What shaving products work well for you if you have hard water? Leave a comment below!
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Shave tutor and co-founder of sharpologist. Also check out my content on Youtube, Twitter, Facebook, Instagram, and Pinterest!View Author posts

9 thoughts on “5 Lathers That Will Make Your Hard Water Surrender”

  1. Here’s how you make any (good) soap work with your hard water:
    Add a teeny, tiny pinch of citric acid to your soaking water, stir with your brush and then soak brush as usual. If you need to dribble a bit of water into the brush while lathering, use leftover soak water. You will be rewarded with the best lather your crappy water has ever produced.
    You can buy a 4 oz. shaker of citric acid online for less than five dollars. A container that size will last approximately 10 years. Yes, really.

  2. I don’t have a hard water problem, but I do have a problem lathering TOB Jermyn Street soap. No problem lathering their cream, just the soap. No problem lathering Mitchell’s Woo Fat or any other soap, just the TOB.

  3. I recently spent a few months in Europe, mostly in France. Water much harder than where I live in the US. Had trouble with most all soaps. What worked best? Trufitt and Hill 1805 Cream and a local French tallow-based soft soap Monsavon Bol à Raser which is sold in all grocery stores for around 1.50 euros or less. Fantastic slick, cushioning lathers with each.

  4. I find that Valobra shaving soaps have a rich creamy lather even with hard water. It is a tallow based soap.

  5. Ive tried many since moving to Tulsa Ok. Cella in big brick does best in our rock hard water. Great value too.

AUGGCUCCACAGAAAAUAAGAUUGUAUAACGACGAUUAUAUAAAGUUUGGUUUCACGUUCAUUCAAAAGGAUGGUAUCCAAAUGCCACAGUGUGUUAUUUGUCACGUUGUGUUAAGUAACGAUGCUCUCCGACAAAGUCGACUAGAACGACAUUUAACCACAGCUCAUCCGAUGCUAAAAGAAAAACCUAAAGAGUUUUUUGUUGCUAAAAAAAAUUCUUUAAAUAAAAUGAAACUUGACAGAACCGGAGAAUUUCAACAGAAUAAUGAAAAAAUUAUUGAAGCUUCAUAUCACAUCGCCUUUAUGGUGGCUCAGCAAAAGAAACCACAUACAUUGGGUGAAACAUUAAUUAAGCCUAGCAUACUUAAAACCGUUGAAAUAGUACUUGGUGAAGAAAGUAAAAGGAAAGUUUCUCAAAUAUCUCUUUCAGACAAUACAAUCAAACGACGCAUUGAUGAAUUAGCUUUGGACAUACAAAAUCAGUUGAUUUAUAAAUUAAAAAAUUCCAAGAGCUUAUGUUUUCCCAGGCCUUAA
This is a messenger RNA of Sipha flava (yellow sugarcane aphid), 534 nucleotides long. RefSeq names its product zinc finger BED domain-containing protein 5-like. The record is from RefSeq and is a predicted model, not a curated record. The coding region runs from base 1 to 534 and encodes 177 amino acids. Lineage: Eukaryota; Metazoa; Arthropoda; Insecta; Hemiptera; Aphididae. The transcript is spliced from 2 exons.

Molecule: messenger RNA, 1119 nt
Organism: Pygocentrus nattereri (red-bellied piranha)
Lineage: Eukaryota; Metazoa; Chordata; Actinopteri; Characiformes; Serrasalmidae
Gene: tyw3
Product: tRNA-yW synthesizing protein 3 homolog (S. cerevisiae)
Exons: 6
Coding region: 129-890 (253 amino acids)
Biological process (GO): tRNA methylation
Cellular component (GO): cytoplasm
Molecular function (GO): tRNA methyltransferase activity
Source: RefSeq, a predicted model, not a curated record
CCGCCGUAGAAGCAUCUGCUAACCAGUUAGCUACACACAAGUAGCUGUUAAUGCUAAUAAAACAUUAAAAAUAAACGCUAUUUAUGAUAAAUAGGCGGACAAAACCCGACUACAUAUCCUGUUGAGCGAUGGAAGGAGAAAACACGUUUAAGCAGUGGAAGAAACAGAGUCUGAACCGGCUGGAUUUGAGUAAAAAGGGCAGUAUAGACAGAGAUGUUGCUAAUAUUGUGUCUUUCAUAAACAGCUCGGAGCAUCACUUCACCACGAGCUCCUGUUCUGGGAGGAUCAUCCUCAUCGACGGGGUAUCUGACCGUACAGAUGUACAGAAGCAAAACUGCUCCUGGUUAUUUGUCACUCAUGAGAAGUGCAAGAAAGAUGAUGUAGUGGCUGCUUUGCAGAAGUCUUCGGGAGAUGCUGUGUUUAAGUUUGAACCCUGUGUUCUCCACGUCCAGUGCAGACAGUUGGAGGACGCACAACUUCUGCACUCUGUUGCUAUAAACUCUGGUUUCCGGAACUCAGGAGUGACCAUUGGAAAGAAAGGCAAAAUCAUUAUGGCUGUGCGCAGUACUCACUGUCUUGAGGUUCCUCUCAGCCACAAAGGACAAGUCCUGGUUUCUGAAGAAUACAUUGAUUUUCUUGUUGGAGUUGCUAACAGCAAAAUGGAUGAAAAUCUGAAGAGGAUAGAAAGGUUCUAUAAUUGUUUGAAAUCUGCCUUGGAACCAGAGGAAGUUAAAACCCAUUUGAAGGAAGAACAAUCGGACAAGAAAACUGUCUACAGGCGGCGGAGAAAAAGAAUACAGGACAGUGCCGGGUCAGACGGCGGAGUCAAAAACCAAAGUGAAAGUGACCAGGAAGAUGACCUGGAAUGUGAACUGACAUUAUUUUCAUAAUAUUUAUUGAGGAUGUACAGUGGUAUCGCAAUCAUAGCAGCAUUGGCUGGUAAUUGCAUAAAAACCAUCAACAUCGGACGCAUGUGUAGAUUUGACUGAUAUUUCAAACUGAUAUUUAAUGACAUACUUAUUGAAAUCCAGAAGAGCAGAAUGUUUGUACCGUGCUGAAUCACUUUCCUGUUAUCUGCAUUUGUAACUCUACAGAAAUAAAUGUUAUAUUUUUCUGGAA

6. I live in the mountains of East Tennessee where the water is very hard. Two soaps that work very well for me are two of the least expensive. Both Arko and Derby soaps lather very good and whip into a thick and long lasting lather. They provide a slick glide and I rarely have any nicks or cuts. My go to razors are a Merkur and Edwin Jagger. I switch between Astra and Derby blades. Keep up the good work.

  7. Soaps by Wet Shaving Products, Sapone di Paolo, and Italian Barber and creams from Cyril Salter work well for me (southern Indiana limestone-infused water).

  8. I live in the desert south of Phoenix, Arizona and we have well water that is extremely hard. That being said I have tried a number of shaving soaps and crèmes over the last 5 years of wet shaving. I have tried Taylor of Olde Bond St, Art of Shaving, Porasso, Crabtree and Evelyn, as well as a number of others I cannot remember.
    That being said the three best performers are by far Castle Forbes (I know it is expensive but it is almost more of a soft soap, that a shaving cream, and little goes a very long way), and a product that I think is made locally called Hirsh luxury shaving cream. Finally in the value category are the shaving soaps from Phoenix artisan accoutrements (I really love the home on the range, which reminds me of cleaning firearms with my dad as a kid). They are made in Casa Grande, AZ which is less than 30 miles from where I live and they have hard water as well.
    All three produce a thick rich lather that provide excellent glide and cushion and come in magnificent scents.

  9. Proraso creams are formulated with EDTA to counteract hard Italian groundwater from run off in the Dolomites. Never fails to lather for me.